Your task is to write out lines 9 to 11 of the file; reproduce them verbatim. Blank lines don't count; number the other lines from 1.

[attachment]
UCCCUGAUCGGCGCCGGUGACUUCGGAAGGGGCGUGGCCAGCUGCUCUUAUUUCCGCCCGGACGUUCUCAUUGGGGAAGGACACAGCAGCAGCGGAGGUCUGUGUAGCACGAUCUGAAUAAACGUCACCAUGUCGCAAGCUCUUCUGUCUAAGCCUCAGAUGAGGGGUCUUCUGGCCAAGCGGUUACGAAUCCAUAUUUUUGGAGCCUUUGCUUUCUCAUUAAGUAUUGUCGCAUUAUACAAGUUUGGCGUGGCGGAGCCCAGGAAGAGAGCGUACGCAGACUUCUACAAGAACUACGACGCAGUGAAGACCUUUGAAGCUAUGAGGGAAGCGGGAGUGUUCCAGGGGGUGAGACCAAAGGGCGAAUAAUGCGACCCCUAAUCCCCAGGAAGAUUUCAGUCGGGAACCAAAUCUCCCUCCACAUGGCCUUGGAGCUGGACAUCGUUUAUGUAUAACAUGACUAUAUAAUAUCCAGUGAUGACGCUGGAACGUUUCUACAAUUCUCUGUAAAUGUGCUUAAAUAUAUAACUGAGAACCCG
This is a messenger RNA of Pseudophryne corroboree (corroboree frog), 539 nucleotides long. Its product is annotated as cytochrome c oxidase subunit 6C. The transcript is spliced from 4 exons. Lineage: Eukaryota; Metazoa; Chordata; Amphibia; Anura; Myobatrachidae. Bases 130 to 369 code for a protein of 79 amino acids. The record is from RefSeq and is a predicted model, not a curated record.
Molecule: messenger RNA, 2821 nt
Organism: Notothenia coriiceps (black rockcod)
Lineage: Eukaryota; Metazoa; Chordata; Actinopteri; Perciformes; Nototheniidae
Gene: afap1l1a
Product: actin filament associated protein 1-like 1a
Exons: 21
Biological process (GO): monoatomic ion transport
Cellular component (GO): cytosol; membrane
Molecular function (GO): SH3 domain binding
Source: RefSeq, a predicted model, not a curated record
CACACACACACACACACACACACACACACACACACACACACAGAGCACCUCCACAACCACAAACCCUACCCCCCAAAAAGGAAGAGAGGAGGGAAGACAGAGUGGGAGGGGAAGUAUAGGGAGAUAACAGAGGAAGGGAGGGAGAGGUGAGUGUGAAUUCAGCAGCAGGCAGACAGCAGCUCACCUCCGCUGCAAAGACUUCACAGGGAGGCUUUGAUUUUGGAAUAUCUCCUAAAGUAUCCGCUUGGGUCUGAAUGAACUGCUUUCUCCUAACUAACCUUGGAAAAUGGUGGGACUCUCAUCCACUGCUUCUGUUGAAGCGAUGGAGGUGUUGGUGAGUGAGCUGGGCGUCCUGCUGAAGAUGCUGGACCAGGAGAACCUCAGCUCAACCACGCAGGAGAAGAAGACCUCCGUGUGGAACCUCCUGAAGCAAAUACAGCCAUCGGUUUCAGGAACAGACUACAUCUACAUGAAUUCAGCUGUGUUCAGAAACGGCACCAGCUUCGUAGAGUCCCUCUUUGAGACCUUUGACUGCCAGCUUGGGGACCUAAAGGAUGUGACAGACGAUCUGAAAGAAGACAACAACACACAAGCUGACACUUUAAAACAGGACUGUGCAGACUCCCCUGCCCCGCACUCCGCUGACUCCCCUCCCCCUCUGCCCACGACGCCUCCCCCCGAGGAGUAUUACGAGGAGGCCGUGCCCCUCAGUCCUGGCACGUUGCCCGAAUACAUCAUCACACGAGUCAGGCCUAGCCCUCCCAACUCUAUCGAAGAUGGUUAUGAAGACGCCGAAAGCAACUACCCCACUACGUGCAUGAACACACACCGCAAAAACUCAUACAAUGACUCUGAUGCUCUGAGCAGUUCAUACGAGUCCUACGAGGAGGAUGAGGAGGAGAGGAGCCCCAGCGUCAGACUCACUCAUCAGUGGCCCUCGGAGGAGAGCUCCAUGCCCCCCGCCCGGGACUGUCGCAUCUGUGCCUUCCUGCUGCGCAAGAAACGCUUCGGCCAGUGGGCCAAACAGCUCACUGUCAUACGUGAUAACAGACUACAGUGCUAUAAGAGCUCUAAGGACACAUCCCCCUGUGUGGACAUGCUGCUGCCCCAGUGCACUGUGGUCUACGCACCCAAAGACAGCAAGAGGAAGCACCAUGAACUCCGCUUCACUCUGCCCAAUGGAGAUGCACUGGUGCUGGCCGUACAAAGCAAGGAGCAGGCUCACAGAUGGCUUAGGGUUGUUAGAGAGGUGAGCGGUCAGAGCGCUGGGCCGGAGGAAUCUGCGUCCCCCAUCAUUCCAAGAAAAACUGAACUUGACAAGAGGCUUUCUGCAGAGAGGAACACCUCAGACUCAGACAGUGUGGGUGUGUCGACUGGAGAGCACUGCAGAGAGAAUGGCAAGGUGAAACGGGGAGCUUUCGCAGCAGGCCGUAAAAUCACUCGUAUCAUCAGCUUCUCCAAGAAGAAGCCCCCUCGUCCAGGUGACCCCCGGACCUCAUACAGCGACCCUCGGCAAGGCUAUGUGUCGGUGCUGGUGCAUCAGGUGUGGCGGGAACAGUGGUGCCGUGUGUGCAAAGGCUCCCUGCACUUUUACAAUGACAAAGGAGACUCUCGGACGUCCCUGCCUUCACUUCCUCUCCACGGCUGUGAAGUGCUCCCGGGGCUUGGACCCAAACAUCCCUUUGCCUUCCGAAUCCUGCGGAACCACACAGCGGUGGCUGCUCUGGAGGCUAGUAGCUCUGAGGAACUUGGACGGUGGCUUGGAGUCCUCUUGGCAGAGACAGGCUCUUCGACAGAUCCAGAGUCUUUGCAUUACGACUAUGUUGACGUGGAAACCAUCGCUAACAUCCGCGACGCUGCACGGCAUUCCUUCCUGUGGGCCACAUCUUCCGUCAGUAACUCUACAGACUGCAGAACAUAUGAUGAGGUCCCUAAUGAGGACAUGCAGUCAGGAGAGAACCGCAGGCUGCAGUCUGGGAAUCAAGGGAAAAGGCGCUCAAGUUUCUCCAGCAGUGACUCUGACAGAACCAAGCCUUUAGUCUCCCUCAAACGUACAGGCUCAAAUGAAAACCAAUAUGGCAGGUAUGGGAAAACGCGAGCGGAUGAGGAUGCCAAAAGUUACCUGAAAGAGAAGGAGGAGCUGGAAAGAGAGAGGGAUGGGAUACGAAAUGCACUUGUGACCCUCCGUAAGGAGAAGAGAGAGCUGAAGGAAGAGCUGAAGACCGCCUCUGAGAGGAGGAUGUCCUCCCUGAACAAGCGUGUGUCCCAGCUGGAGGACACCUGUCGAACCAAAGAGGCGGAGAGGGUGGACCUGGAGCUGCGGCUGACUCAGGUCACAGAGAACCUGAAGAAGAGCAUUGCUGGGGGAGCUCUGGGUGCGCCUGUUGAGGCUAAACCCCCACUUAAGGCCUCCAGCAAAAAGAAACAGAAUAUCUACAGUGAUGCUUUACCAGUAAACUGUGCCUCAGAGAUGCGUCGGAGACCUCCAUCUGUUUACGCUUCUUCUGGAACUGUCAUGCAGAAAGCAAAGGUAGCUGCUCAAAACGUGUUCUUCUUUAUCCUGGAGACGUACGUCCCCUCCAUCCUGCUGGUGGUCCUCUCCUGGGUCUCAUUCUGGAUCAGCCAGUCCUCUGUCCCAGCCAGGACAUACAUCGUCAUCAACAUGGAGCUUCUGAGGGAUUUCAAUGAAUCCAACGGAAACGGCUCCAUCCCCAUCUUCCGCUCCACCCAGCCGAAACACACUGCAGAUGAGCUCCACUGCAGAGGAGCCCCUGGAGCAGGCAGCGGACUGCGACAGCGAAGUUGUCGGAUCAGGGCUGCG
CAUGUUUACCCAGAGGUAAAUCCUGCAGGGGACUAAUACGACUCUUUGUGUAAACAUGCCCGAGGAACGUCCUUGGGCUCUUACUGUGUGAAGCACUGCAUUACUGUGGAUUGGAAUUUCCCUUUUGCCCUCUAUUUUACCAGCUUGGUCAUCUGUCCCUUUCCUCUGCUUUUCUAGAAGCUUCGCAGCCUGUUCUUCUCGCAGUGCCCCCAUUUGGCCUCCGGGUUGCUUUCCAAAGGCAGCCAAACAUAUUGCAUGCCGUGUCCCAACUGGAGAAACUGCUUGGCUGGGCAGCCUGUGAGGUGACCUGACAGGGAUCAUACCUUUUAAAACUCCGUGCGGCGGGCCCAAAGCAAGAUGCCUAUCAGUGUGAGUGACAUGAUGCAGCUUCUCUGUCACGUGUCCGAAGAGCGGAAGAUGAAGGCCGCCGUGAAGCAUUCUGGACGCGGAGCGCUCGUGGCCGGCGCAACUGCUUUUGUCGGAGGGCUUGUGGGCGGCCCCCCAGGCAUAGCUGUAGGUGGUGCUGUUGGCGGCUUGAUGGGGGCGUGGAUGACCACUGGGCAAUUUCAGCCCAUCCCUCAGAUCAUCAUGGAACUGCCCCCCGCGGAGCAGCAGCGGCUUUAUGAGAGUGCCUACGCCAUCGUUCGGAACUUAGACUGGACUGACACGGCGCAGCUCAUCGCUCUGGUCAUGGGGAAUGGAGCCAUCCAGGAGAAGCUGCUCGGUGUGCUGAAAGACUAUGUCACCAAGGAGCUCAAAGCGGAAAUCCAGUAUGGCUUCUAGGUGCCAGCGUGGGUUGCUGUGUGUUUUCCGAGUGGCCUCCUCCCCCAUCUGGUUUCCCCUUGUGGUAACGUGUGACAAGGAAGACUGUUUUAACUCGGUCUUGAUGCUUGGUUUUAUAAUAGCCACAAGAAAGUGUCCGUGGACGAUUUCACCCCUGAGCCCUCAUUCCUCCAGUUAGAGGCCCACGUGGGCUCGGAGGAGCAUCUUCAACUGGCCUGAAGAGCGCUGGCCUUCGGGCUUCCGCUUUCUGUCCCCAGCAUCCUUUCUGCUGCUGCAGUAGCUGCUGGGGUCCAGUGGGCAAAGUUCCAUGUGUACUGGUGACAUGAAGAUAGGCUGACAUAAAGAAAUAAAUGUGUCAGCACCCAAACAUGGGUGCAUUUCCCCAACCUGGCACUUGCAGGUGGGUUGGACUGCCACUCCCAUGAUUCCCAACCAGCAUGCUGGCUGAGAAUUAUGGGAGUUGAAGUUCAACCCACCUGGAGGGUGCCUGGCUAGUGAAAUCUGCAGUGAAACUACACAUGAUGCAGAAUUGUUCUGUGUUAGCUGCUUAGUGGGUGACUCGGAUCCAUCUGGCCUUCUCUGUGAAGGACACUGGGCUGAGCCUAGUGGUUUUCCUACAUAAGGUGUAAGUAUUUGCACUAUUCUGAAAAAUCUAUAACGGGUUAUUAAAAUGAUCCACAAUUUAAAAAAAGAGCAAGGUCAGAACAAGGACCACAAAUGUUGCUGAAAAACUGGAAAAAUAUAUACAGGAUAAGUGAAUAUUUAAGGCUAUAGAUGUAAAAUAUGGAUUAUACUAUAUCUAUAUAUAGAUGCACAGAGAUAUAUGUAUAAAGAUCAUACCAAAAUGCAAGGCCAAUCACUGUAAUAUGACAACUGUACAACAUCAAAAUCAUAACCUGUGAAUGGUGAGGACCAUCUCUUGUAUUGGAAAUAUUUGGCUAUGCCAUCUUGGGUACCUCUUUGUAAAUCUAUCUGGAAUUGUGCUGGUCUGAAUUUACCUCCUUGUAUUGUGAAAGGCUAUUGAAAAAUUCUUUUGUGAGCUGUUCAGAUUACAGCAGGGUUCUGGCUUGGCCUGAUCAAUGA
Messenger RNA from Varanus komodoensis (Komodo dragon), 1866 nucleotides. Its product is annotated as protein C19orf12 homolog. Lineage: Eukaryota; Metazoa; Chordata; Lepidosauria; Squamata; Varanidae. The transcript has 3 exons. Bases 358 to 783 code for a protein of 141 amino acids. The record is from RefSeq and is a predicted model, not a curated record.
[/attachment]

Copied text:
Biological process (GO): monoatomic ion transport
Cellular component (GO): cytosol; membrane
Molecular function (GO): SH3 domain binding